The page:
The other news we saw coming, and not just because it was rumored and leaked extensively, but simply due to the fact that Google promised it would happen. On the second day of I/O 2016, Google announced that Chrome OS was getting Android apps and games.

Even though this unveiling wasn’t a surprise, there were a lot of details that made it much bigger than it seemed at first glance. The whole Google Play store and the Android framework itself, not just the over 1.5 million apps and games, will be included in Chrome OS.

Let’s summarize. The most important feature in Android/Chrome OS is the app store/update system. Take it away, and you’re left with another easily replaceable mobile/computer OS. Instead, Google is bringing it to Chrome OS/Android.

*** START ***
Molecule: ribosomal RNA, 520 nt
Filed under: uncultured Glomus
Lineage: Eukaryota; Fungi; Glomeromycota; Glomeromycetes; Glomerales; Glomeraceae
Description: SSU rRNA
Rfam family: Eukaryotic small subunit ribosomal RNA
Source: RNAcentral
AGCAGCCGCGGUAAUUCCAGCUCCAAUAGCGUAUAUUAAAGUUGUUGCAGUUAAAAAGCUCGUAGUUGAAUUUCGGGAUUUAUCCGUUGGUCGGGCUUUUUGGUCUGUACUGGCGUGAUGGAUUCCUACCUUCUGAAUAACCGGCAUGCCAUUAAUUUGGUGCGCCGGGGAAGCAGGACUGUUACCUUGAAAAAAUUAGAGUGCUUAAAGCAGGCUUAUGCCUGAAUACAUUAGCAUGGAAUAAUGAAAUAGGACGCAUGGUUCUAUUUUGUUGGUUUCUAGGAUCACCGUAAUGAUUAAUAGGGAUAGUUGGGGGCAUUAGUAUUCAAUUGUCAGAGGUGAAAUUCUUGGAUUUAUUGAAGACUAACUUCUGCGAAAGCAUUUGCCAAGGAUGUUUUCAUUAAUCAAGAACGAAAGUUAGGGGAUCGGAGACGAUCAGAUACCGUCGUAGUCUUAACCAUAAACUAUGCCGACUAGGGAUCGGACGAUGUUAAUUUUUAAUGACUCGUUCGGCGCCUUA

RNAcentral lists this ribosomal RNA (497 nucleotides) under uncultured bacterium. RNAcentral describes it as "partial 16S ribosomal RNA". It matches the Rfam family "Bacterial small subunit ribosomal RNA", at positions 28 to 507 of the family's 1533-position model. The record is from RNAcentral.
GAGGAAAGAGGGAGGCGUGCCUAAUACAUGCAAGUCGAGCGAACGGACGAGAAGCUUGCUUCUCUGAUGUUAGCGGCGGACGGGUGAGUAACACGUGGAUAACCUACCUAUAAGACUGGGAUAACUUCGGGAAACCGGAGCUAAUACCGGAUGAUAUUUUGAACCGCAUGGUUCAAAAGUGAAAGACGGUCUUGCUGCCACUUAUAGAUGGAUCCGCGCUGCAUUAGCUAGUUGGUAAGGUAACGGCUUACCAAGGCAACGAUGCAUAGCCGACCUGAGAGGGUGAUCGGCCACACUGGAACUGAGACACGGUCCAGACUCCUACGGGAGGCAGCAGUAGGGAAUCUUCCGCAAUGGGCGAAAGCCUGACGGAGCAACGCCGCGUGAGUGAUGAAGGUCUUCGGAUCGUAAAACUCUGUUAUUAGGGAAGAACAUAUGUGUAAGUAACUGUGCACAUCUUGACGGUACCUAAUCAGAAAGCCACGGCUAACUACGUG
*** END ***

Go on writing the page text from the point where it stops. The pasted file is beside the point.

Both features are coming later this year, and it’s certainly possible that key components will change. Still, we finally have a proper understanding of Google’s vision: Instead of merging Android and Chrome OS, or maybe before doing so, it’s bringing them closer together.

The two could still merge someday. In fact, by giving Android the dual partition system that Chrome OS uses, and by giving Chrome OS the Android framework, the two will start to resemble each other more and more.

In a few years, if Android becomes robust enough to work well on laptops, and the mobile Chrome browser becomes powerful enough, Chrome OS could become unnecessary. We’re a long way from such a point, but this year we’ll be closer to it than ever before.

Still, for now at least, Google was indeed telling the truth when it denied rumors and said that Chrome OS would live on alongside Android. Android and Chrome OS aren’t merging in 2016, but they certainly are converging.”